Pressure Mounts on Rights Defenders, Group Says

With a staff member jailed Monday for subversive activities, the human rights organization Licadho claimed in a report to be released today that the environment for human rights defenders had in the last three years continued a downward spiral.

The group said that since 2007, authorities had continued to deal harshly with those who stand up for human rights. Cambodian courts are used to threatening and detaining human rights workers and restricting their freedoms of assembly and expression, according to Licadho.

“In 2008 and 2009 representatives of communities engaged in land disputes were threatened with violence, spurious legal action or imprisonment; trade union leaders were assaulted and arrested and persecuted for legitimate trade union activity; and journalists and human rights workers at NGOs were threatened, arrested and obstructed in carrying out their work,” the report said.

“The Cambodian government continues to pursue repressive tactics, terrorizing human rights defenders and undermining their ability to defend peacefully the rights of others,” according to the report.

Government officials yesterday denied the report’s findings that the government had increasingly sought to curb freedoms or take legal action against human rights defenders.

Mak Sambath, deputy president of the government’s human rights committee, said freedom of expression was guaranteed in Cambodia, as long as people did not express opinions that amounted to defamation or spreading disinformation.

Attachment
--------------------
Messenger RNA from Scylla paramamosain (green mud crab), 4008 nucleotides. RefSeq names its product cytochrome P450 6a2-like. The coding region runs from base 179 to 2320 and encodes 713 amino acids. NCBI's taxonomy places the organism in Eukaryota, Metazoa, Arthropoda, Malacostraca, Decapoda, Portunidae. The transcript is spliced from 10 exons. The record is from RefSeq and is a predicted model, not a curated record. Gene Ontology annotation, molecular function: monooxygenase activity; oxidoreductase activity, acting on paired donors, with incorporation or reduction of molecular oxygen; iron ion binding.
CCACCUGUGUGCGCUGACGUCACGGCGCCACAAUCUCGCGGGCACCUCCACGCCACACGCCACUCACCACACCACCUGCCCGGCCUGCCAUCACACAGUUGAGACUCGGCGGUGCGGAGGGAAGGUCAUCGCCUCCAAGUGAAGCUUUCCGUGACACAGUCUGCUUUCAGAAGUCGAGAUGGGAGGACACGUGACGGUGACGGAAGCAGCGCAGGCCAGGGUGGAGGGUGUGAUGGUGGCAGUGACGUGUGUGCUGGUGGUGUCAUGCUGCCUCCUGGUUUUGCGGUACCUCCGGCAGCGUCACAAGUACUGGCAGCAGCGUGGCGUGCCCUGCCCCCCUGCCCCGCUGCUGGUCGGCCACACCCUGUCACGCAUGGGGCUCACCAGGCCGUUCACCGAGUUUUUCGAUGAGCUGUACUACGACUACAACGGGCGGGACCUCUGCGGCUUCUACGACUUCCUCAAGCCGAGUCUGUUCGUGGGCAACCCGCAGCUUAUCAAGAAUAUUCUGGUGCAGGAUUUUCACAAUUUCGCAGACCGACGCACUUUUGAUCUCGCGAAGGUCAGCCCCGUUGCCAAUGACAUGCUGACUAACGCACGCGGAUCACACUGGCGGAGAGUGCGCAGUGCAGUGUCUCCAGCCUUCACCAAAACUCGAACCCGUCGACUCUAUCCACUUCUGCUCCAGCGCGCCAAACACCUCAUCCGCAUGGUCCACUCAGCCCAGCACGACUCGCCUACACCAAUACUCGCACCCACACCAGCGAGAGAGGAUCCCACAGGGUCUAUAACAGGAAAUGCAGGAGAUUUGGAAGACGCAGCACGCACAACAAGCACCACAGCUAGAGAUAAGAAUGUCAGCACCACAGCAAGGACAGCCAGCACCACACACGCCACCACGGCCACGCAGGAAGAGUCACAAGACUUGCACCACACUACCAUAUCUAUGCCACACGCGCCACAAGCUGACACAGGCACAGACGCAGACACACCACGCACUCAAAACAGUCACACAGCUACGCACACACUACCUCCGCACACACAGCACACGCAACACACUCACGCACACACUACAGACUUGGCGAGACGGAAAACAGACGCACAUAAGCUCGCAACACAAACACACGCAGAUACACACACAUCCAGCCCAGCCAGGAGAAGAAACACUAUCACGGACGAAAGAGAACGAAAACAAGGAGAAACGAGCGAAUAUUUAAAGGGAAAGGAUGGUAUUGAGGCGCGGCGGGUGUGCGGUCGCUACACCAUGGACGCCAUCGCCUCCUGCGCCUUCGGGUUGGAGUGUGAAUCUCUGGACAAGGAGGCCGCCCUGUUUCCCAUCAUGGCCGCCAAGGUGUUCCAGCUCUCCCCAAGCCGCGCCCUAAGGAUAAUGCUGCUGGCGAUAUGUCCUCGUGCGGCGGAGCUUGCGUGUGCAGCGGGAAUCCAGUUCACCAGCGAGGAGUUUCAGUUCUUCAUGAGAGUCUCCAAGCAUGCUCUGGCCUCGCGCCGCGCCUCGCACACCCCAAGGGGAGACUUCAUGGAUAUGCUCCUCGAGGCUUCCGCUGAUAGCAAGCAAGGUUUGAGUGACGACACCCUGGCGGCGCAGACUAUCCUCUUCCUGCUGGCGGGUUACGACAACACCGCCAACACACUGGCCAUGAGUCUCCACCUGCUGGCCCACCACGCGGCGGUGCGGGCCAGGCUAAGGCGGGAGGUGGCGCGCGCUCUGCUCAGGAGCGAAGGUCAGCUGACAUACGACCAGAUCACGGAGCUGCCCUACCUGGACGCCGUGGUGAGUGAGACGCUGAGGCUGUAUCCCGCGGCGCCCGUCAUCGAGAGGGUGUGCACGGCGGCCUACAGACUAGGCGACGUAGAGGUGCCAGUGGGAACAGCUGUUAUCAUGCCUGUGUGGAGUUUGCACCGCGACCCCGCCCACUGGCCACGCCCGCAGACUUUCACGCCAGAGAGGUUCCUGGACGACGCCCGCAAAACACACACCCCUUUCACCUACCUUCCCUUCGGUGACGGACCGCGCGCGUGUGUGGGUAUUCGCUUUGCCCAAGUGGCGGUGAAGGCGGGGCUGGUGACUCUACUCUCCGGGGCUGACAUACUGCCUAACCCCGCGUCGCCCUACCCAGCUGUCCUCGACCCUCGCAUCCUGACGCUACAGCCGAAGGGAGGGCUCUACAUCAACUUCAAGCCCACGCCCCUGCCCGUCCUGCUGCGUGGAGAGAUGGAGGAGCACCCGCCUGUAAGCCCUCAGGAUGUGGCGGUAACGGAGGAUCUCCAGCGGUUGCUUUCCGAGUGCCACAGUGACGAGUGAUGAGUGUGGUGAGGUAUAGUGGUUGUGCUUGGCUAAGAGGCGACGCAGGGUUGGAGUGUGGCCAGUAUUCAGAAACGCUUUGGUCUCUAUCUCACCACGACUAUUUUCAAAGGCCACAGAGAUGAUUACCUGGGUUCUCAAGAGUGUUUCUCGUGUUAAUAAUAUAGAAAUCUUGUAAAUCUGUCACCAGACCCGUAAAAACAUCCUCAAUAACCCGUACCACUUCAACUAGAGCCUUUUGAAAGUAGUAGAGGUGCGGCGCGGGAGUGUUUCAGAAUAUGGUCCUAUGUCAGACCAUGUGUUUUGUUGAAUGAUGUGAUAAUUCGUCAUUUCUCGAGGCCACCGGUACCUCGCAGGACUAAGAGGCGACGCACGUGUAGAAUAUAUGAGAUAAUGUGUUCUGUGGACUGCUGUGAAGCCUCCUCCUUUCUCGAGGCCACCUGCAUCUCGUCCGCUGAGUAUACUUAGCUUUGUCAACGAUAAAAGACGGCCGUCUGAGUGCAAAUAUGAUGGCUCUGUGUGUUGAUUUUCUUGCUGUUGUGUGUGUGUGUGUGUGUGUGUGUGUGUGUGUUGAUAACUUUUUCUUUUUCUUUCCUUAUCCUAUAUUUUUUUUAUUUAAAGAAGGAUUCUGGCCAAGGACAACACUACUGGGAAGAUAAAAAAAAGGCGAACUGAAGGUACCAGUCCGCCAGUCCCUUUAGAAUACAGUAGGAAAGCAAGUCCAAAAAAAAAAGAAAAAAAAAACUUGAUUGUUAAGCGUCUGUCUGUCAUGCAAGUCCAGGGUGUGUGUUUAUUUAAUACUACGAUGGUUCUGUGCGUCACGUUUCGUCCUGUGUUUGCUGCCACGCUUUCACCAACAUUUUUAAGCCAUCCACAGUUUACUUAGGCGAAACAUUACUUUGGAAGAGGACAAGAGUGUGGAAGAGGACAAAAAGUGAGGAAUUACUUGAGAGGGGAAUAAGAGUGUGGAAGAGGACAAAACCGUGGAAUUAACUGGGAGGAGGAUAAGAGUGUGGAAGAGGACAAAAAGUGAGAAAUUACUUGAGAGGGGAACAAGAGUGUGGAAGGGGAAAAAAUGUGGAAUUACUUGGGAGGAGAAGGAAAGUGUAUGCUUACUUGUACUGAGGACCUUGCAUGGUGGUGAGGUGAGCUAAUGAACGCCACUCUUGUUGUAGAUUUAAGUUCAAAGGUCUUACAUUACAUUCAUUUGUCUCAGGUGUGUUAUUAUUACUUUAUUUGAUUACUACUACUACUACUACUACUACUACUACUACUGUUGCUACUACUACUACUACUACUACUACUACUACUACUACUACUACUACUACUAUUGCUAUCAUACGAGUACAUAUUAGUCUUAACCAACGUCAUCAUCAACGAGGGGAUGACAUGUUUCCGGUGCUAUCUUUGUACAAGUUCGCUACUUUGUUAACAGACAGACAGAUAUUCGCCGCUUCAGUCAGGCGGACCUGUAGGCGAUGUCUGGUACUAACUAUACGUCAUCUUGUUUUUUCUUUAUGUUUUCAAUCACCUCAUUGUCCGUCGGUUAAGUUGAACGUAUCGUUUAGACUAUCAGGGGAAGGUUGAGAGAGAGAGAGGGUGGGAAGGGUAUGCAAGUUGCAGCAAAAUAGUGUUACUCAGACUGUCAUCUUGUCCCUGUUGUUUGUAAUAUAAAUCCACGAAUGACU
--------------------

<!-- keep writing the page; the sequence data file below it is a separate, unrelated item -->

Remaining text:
“Freedom of expression has limits,” he said.

“The Cambodian government did not restrict freedom of expression, but sometimes [rights defenders] express opinions that defame and spread disinformation that affects others.”

Mr Sambath denied the court system was used against rights defenders. “The courts have never acted under command from others…. The court [system] is separated from other powers,” he said.

He said the expansive civil society sector as well as available media was evidence of the freedoms the government allowed.

The Licadho report documented 66 serious abuses against people defending human rights in the past two years, while 60 rights defenders were still in detention by mid-July this year, Licadho said in a statement yesterday.

Several trends emerged from these right violations, Licadho noted, such as “the intensified use of the courts as a weapon to prevent legitimate and lawful activities of human rights defenders.”

Licadho said it had also observed an increased use of defamation and disinformation laws to restrict freedom of expression, adding that lawsuits against journalists, politicians and rights defenders have “surged since 2007.”

In 2009 alone, the group counted 25 complaints against journalists under these laws.

Licadho said restrictions on freedom of association and assembly were on the rise.

“[P]eaceful protests, demonstrations, strikes and marches were forcibly disrupted or denied in 2008 and 2009,” the report said.

Licadho President Pung Chhiv Kek said yesterday that so far in 2010 Licadho had received no indication the human rights situation had improved.

“[U]p to now the number of cases received doesn’t seems to decrease. From January to April 2010, 20 [human rights defenders] have been jailed. It seems fair to say that the situation has at least continued on the same path,” she wrote in an e-mail.

Ministry of Interior spokesman Lieutenant General Khieu Sopheak said yesterday he was unimpressed by Licadho’s assessment of the government’s rights record.

“It is their characteristic, they never support the government,” he said.

Lt Gen Sopheak denied that the human rights situation had deteriorated. “The human rights situation in Cambodia is getting better every day,” he said. “Licadho says there’s restriction of freedoms…but [publication of] their report already shows their freedom.”

 

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